John Locke insists in section 24 of his 2d Treatise on Government: “On Civil Government” (in Chapter IV “Of Slavery”) that true slavery is a state of war against the slave. But in doing so, he insists that much of historical slavery was not true slavery, because there were limits on what a master could do to a slave:
This is the perfect condition of slavery, which is nothing else, but the state of war continued, between a lawful conqueror and a captive: for, if once compact enter between them, and make an agreement for a limited power on the one side, and obedience on the other, the state of war and slavery ceases, as long as the compact endures: for, as has been said, no man can, by agreement, pass over to another that which he hath not in himself, a power over his own life.
I confess we find among the Jews, as well as other nations, that men did sell themselves; but it is plain, this was only to drudgery, not to slavery: for, it is evident, the person sold was not under an absolute, arbitrary, despotical power: for the master could not have power to kill him, at any time, whom, at a certain time, he was obliged to let go free out of his service; and the master of such a servant was so far from having an arbitrary power over his life, that he could not, at pleasure, so much as maim him, but the loss of an eye, or tooth, set him free, Exod. xxi.
To modern sensibilities, the limitations set out in the passage Exodus 21: 26,27 that John Locke alludes to leave it a horribly reprehensible form of bondage:
“An owner who hits a male or female slave in the eye and destroys it must let the slave go free to compensate for the eye. And an owner who knocks out the tooth of a male or female slave must let the slave go free to compensate for the tooth.
In the images at the top, you can see other passages in which the Bible gives some relatively unrestrictive regulations on slave-holding and slave-buying and selling into slavery, and tells those in bondage to accept their status. There are many other images about slavery in the Bible that I could have chosen from:
There are several remarkable things about 21st century Western culture’s relationship to slavery in the Bible:
- Even most of those who consider themselves Biblical literalists have managed to reject or interpret their way out of the Bible’s seeming endorsement of slavery. This is a wonderful thing.
- In the aggregate, every day a large number of people read or listen to Bible stories involving slavery without recoiling at the slavery, and often even unconsciously seeing the slavery with a rosy glow given the narratively declared goodness and righteousness of the slave-holder in the story.
- The putative author of the Bible has by and large escaped the majority cultural opprobrium that has fallen on other cultural heroes—such as many of the framers of the US Constitution—for insufficient opposition to slavery. Instead, much greater opposition to slavery has been read back into the views of the God of the Bible than He clearly expressed. To the extent this is a prerequisite in many cases for rejecting the Bible’s seeming endorsement of slavery, this is a very good thing. But it is unclear that it is historically accurate. To make the case that the God of the Bible was against slavery all along, one needs to argue that He chose to speak subtly against slavery, while speaking with a voice of thunder against other sins. This seems an odd prioritization for speaking against sins.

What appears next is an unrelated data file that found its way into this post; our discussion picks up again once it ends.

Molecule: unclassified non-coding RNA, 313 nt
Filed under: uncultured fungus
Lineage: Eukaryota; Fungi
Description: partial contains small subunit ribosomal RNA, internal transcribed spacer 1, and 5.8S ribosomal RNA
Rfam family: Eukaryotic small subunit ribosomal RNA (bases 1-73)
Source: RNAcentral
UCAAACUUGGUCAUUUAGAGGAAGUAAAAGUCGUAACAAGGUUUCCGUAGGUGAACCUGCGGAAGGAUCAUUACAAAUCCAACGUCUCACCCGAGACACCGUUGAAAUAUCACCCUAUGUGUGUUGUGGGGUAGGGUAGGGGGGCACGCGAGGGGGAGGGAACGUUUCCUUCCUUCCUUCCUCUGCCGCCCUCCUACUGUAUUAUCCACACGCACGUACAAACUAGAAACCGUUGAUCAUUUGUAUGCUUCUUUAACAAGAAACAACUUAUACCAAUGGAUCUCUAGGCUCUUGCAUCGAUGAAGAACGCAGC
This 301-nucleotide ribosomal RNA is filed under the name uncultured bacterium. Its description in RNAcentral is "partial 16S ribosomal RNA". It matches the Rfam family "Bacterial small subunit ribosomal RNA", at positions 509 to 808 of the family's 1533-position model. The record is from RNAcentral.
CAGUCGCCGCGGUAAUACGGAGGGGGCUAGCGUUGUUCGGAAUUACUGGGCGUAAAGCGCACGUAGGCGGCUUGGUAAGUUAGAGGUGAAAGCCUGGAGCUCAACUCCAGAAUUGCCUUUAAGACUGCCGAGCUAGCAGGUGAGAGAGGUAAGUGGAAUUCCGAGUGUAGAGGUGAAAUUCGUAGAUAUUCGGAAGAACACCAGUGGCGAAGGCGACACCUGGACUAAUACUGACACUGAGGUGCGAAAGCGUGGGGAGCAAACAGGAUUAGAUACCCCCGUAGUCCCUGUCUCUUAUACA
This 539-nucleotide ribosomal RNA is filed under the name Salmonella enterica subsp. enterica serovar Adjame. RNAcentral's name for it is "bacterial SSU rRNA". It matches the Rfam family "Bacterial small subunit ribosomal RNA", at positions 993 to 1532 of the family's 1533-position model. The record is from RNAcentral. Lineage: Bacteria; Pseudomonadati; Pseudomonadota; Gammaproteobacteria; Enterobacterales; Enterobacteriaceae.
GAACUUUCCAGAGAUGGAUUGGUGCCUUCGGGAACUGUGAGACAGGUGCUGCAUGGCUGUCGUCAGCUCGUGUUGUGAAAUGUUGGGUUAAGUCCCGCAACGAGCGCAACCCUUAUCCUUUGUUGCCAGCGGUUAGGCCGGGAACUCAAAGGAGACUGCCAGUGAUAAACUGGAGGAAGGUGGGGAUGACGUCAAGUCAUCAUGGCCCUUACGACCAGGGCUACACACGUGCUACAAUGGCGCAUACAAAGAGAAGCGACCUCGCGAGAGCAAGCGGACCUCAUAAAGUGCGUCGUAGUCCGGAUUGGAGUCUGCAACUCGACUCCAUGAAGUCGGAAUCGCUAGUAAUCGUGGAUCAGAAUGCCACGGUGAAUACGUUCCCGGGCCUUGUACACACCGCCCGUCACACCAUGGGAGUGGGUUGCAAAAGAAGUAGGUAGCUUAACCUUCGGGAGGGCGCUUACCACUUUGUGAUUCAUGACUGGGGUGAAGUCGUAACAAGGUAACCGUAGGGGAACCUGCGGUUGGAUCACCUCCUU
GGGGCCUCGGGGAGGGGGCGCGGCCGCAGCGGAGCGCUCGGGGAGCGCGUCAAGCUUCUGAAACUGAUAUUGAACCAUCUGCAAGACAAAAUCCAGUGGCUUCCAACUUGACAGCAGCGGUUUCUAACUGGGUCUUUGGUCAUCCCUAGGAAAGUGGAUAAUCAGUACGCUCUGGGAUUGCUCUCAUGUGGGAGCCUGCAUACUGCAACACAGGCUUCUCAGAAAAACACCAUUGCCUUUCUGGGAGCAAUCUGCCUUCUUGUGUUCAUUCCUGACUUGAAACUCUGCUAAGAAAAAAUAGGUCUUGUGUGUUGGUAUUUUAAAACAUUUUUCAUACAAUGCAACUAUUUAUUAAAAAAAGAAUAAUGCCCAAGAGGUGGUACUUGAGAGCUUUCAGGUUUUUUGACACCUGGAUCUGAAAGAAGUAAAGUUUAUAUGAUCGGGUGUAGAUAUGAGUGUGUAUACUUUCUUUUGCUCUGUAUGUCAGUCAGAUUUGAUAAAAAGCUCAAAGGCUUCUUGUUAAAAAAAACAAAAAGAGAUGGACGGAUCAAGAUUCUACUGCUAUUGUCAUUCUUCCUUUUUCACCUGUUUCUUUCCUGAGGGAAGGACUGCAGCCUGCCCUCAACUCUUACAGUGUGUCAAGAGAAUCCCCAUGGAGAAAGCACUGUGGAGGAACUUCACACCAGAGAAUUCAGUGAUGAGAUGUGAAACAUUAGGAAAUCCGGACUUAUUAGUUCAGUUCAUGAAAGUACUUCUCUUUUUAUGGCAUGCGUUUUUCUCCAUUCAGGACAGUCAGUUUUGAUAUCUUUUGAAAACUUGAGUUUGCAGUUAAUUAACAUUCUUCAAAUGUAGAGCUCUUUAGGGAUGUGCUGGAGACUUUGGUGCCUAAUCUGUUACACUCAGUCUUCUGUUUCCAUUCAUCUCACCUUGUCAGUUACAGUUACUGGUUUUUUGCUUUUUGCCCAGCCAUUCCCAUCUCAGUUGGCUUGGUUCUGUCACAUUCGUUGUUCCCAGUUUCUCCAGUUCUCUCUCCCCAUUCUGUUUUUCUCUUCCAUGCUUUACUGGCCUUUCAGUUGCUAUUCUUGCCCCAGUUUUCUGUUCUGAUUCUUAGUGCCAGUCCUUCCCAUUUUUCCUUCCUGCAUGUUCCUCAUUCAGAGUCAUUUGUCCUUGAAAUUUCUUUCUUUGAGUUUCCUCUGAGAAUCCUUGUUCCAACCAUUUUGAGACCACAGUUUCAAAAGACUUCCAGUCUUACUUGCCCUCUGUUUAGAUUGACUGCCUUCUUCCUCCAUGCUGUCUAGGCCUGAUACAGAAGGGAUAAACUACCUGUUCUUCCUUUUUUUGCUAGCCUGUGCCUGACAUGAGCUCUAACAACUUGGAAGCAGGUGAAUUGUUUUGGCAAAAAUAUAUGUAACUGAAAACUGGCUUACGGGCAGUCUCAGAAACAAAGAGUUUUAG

Let me compare the lack of condemnation of slavery in the Bible to something within my own lifetime of much smaller consequence. From the time of Brigham Young until 1978, the Mormon Church did not allow those of black African descent to be priests or to receive important rites in Mormon temples. I wrote about this in “Flexible Dogmatism: The Mormon Position on Infallibility” and about a related issue in “Will Women Ever Get the Mormon Priesthood? Speaking as a nonsupernaturalist, I have wondered why the Mormon Church did not change this policy sooner. There is a complex and detailed history, but I think it has something to do with the Mormon Church being governed in modern times by relatively old leaders.
Being governed by old leaders is likely to be a plus when the general culture moves in a bad direction; old leaders with a long life of experiences are better able to resist bad innovations. I view the greater cultural acceptance of casual sex as such a bad innovation. And Mormonism has had a salutary influence on its adherents in resisting the casual acceptance of casual sex. But when the general culture moves in a good direction, as it did in embracing the full equality of people of all races, old leaders may be more apt to fear change and resist a genuine cultural advance.
How is it possible to get the good effects of the accumulated wisdom of age without the bad effects of the rigidity and risk aversion that sometimes come with age? A good answer could help avoid many tragedies. Perhaps the best we can do is to try to have a very long, honest, argument among those of all ages and beliefs that gives those who are in the right the chance to convince those who are in the wrong. I am honored to have friends with whom I can have such long, honest arguments, at least on lesser topics, and occasionally on topics of great moment. I hope we all nurture the capacity for such extended, heartfelt arguments with those who have dramatically different views than our own.